Flamenco 32 – A Few We Couldn’t Leave Out (2)

This is the second of our posts highlighting the work of a number of artists we felt we had to mention before we bring the series to a close. We hope you enjoy it.


The Cantaor Juan Valderrama Blanca was born in Torredelcampo in the province of Jaén in 1916. He started singing whilst still working as a farmhand and made his début in 1935 in the company run by Dolores Alcántara “La Niña de la Puebla” a year before the Civil War started. In 1936 he joined a battalion of the CNT (The Anarchist Trade Union) and spent the war with many like-minded artists providing entertainment for the Republican troops. By the end of the war he had become well known and formed his own company. He made a number of films and enjoyed considerable success throughout the fifties and sixties. He is perhaps best remembered for his melodramatic work of those times but he was a fine singer of Fandangos and other palos. He died in 2004.

Juanito Valderrama-Fandangos de Huelva


The Bailaora Micaela Flores Amaya, La Chunga, was born in Marseilles around 1938. Her family were Andalusian Gypsies that had emigrated to France and moved to Barcelona at the end of the Civil War. She started dancing (she danced barefoot) at a Bodega in Barcelona and quickly built up quite a following. She was championed by writers such as Blas de Otero and Rafael Alberti as well as by Picasso and Dalí. She joined Pastora Imperio’s company in 1956 and thanks to Ava Gardner even took part in a couple of Hollywood films. Here she is in a clip from 1964.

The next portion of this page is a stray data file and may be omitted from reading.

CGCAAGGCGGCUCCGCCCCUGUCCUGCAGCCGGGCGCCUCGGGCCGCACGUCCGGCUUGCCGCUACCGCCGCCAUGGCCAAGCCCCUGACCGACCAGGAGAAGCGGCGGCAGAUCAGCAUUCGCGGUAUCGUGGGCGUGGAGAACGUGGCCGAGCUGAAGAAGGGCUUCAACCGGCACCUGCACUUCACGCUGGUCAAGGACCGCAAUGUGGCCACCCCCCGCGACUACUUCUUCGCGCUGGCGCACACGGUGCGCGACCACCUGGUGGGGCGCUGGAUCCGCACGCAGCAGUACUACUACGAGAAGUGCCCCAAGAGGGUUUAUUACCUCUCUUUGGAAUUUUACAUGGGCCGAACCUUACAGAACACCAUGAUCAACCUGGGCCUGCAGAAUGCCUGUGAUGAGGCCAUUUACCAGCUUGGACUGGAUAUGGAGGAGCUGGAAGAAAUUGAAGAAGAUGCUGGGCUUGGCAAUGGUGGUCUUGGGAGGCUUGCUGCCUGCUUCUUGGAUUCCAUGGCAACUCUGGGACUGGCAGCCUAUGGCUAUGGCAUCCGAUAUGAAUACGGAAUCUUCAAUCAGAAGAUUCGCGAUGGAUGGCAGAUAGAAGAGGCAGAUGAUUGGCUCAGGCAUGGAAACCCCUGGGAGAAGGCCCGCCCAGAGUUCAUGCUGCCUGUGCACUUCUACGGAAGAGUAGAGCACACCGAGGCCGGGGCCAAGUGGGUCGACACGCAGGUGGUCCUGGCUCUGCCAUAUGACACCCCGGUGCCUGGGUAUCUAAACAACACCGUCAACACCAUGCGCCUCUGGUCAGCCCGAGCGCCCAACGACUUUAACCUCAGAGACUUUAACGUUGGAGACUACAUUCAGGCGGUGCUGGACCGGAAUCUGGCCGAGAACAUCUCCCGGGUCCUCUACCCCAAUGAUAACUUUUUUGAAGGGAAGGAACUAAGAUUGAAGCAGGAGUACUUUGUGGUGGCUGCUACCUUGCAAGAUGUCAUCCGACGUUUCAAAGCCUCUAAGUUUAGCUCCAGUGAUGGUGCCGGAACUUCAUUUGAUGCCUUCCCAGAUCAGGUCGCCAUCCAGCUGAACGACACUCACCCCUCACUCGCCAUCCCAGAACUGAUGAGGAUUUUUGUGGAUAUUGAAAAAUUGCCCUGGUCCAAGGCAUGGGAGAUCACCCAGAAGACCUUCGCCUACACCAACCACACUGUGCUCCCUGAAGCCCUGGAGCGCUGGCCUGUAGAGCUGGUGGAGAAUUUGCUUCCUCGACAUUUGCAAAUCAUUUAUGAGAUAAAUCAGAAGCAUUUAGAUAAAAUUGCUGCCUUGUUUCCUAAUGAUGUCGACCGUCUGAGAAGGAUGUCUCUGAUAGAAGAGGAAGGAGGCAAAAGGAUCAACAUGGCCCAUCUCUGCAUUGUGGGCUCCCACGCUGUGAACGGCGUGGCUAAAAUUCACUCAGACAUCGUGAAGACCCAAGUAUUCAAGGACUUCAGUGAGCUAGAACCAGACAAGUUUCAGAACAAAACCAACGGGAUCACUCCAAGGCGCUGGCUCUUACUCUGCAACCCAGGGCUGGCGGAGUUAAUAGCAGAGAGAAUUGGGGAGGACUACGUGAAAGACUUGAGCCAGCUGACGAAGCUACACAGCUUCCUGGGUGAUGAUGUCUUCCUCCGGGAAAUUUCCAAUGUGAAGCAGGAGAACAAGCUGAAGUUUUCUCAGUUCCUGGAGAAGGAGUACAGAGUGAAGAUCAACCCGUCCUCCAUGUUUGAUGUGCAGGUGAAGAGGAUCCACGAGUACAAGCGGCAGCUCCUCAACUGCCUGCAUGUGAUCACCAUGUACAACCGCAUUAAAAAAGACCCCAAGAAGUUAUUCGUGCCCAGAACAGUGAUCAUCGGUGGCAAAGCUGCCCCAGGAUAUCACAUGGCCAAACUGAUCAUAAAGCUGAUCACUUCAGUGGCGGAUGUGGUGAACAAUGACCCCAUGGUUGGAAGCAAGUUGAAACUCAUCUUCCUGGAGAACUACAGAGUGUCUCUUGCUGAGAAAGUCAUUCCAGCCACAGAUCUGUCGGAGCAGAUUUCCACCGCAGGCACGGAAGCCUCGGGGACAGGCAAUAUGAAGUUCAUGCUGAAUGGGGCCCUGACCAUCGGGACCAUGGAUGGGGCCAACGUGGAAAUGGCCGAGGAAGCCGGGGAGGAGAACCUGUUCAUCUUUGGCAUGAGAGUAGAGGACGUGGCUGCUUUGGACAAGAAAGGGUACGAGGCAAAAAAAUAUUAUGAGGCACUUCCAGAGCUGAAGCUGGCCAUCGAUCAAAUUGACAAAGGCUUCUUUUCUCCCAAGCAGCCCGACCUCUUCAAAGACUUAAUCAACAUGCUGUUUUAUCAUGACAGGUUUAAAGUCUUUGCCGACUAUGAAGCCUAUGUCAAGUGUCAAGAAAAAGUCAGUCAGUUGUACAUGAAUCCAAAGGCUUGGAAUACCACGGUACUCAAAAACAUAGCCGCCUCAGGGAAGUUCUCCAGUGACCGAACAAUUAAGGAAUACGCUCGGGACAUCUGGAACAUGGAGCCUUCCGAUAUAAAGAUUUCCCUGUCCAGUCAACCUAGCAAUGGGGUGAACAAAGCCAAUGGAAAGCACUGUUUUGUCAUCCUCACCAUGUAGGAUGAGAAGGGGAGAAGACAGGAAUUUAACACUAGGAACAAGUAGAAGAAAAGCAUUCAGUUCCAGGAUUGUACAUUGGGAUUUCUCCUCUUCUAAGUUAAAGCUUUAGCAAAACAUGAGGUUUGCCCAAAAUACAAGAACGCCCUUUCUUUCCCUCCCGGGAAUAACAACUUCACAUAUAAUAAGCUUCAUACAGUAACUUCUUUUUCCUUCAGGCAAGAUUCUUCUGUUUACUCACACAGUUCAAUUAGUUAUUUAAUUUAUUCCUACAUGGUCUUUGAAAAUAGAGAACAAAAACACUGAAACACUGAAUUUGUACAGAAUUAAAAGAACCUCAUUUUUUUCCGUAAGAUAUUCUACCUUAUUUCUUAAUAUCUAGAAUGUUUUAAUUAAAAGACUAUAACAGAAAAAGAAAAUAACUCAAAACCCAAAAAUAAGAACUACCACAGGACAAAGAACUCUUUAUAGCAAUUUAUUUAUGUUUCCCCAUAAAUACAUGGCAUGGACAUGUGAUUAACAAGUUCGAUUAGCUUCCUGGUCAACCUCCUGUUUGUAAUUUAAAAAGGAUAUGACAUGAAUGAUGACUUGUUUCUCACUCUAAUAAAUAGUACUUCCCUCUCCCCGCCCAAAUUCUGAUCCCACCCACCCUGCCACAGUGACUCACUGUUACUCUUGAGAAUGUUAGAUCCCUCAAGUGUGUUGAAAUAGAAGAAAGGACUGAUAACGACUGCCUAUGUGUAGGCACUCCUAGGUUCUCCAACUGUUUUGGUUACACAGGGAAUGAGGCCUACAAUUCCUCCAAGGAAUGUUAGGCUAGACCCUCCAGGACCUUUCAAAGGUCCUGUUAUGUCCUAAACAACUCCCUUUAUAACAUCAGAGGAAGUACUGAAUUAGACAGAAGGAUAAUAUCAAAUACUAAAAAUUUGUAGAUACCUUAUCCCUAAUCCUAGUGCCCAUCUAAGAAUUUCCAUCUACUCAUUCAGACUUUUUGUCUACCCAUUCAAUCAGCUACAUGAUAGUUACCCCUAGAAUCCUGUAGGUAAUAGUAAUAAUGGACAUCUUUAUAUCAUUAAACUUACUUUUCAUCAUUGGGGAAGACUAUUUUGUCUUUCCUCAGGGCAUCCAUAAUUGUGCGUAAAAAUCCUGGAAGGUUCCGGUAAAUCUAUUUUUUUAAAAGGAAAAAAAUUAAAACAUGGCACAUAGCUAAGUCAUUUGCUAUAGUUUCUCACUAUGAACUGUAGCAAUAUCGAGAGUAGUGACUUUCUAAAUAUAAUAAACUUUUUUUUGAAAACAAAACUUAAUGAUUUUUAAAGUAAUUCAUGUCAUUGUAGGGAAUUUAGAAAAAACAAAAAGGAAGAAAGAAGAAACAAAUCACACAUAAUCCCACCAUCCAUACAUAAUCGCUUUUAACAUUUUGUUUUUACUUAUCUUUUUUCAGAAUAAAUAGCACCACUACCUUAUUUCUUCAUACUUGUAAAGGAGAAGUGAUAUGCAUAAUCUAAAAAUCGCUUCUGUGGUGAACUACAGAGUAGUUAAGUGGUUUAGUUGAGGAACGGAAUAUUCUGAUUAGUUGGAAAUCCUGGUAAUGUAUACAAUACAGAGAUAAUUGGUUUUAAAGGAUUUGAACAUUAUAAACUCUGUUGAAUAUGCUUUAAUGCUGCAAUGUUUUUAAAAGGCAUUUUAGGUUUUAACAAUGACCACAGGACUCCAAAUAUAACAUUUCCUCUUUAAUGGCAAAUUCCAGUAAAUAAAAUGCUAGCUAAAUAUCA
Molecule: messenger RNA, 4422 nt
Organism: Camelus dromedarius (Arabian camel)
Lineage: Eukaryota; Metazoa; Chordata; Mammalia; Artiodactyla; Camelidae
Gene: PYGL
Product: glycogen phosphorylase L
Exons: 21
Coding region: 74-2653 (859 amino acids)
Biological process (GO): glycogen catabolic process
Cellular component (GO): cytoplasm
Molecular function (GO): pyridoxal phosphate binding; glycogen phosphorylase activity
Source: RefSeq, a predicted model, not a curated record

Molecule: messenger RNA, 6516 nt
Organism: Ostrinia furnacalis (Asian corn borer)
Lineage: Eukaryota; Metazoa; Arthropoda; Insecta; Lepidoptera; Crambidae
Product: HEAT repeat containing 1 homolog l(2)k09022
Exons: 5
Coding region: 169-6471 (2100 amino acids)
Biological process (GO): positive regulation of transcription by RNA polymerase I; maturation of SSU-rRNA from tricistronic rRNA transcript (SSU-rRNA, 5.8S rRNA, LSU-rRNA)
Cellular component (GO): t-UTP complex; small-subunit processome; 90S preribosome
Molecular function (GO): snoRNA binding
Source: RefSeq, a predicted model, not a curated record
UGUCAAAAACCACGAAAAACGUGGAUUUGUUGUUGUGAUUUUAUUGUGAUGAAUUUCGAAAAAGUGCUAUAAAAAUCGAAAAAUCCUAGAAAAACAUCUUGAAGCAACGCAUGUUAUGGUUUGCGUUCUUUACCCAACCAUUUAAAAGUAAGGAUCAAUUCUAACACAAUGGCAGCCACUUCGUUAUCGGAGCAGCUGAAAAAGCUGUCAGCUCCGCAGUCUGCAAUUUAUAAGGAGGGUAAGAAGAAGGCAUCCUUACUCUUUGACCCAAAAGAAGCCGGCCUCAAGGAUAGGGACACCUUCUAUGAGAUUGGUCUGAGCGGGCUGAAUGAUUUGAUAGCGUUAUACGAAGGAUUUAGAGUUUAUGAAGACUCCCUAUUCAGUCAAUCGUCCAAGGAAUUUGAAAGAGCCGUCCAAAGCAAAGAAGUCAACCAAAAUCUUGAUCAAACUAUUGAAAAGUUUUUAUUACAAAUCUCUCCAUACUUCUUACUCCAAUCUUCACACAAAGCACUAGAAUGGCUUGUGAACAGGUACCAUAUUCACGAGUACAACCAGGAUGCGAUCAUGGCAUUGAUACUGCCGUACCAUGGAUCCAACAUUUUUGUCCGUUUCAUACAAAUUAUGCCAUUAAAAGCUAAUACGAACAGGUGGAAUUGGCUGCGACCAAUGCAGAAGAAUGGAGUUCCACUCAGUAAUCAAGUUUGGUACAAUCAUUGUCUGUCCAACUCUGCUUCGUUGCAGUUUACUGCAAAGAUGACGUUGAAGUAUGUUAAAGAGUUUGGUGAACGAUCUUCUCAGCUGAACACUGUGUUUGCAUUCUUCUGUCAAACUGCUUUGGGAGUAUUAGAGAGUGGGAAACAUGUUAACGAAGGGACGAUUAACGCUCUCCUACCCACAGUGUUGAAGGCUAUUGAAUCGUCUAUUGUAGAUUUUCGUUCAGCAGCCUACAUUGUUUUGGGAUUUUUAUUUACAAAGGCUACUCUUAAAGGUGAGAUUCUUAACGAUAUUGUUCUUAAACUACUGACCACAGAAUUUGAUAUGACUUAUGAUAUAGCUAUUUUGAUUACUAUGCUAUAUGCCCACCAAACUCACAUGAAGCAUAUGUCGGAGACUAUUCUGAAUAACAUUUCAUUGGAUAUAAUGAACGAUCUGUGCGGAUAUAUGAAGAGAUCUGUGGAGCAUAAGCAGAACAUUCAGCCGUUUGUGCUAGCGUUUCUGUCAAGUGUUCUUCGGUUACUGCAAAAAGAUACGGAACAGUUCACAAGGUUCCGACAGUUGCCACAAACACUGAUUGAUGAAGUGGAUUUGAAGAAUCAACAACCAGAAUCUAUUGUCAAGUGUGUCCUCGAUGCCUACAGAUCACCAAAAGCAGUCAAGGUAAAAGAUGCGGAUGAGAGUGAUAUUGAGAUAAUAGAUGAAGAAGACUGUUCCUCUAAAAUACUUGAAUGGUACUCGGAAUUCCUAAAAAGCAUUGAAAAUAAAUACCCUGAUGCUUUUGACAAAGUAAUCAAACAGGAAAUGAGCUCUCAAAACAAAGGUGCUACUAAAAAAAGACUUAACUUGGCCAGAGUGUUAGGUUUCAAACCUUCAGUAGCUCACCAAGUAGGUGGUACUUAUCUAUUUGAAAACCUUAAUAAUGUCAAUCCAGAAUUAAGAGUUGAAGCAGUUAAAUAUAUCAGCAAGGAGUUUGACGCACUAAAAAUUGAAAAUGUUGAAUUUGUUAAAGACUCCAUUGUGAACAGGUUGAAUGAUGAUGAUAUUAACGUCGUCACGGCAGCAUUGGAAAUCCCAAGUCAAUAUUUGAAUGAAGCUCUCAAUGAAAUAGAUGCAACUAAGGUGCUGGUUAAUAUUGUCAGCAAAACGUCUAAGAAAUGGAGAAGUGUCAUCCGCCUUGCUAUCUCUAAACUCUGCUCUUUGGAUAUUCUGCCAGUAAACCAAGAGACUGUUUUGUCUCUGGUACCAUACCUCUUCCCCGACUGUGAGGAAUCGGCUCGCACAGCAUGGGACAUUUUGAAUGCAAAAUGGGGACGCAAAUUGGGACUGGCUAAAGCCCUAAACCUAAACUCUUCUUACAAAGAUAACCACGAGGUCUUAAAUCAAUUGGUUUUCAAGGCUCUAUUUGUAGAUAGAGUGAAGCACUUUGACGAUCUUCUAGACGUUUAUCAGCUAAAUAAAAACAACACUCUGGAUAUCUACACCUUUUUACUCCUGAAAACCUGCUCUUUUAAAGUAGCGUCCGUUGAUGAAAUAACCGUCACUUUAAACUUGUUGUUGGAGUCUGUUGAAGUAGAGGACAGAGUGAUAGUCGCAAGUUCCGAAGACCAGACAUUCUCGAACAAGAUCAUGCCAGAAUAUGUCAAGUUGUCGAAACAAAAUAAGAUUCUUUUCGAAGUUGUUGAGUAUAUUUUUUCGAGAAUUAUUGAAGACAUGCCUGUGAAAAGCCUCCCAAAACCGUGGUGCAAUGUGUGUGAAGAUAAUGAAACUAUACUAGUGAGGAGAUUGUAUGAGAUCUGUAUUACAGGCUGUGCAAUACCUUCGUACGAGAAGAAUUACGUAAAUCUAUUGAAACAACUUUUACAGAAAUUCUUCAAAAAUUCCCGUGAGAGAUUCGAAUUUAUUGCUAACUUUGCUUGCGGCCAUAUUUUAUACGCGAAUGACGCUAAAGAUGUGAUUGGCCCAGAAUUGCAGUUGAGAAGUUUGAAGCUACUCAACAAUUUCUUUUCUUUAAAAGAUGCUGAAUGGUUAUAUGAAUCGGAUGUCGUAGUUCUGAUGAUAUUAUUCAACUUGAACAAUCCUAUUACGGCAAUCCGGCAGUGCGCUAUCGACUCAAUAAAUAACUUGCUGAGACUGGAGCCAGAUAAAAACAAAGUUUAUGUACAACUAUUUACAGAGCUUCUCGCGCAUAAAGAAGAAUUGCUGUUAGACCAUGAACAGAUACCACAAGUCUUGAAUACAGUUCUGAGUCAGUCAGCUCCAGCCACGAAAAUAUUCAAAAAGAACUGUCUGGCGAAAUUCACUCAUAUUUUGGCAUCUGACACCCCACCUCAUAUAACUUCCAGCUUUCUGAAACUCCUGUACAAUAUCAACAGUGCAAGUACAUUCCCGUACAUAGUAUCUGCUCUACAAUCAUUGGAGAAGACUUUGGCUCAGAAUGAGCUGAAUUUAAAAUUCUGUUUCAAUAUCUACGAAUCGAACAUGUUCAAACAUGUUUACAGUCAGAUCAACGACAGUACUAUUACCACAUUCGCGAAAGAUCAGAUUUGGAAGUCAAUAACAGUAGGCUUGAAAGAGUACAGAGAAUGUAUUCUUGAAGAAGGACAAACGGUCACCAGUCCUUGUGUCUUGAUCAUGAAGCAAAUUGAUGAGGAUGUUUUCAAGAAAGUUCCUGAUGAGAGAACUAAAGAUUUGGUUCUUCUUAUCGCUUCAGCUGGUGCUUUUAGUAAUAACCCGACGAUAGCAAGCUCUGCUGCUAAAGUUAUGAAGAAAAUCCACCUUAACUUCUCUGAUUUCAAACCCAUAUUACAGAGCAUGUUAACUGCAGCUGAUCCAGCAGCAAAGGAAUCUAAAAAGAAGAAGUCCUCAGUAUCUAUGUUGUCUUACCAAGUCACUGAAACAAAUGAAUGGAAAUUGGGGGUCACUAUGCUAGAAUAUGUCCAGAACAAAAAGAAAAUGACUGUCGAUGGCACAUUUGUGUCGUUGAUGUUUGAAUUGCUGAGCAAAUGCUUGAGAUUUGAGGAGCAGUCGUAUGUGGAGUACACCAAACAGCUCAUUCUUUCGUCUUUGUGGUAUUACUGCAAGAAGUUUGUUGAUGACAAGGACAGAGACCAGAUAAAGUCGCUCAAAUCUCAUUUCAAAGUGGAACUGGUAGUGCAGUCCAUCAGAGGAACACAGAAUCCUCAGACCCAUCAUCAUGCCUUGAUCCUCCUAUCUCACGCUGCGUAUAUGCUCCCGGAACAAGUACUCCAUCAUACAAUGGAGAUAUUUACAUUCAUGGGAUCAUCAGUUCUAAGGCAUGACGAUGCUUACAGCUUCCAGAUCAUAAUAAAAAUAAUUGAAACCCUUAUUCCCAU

La Chunga – Rumba Flamenca


José Salazar Molina was born in Badajoz in 1924 and died in Madrid in 1977. Porrina de Badajoz is remembered for his exceptional voice and singing style which were quite unlike any of his contemporaries. His strong, unwavering flamenco tones coupled with a crispness and speed of delivery made him almost as unmistakable as his trademark dark glasses, sharp dress sense and his carnation buttonhole did. Being from Badajoz close to the Portuguese border, he had a particular affinity with the music of that country.

Porrina de Badajoz – Tangos Portugueses


Antonio Esteve Ródenas (1936 – 2004) was a dancer and choreographer. He was born in Elda in Alicante although his family moved to Madrid in 1937 after his father, a bricklayer, had joined the Republican army and was sent to fight at the Madrid Front. He started work at the age of ten in a photographic studio and as errand boy at the offices of the ABC newspaper. In 1949 he signed up for dance classes and met Pilar López Júlvez who was impressed by his natural talent and exquisite style. In 1951 he joined her company.
He later went on to form his own company and worked with the film maker Carlos Saura on a production of Lorca’s Bodas de Sangre. Whilst not a Bailaor in the strictest sense – he studied and danced the full repertoire of traditional Spanish dance – there is a strong Flamenco feel to a lot of his work and his stage name “Gades” was chosen in honour of the city of Cadiz.

Antonio Gades – Bodas de Sangre (rehearsal)


Cristina Hoyos Panadero, who was born in Seville in 1946, is a Bailaora, choreographer and actress. She started dancing at the age of 12 in the show “Galas Juveniles” and studied under Adelita Domingo and Enrique El Cojo. In 1969 she joined Antonio Gades’ company and went on to work with him for the next twenty years taking part in the trilogy of films “Bodas de Sangre”, “Carmen” and “El Amor Brujo”. When “Carmen” premiered in 1983 her performance in the lead role was described as the best that had ever been seen. In 1988 she formed her own company – “Ballet Cristina Hoyos” – and debuted her first show, “Sueños Flamencos” in Paris the following year.

Here she is in a scene from El Amor Brujo, dancing with Antonio Gades’ company.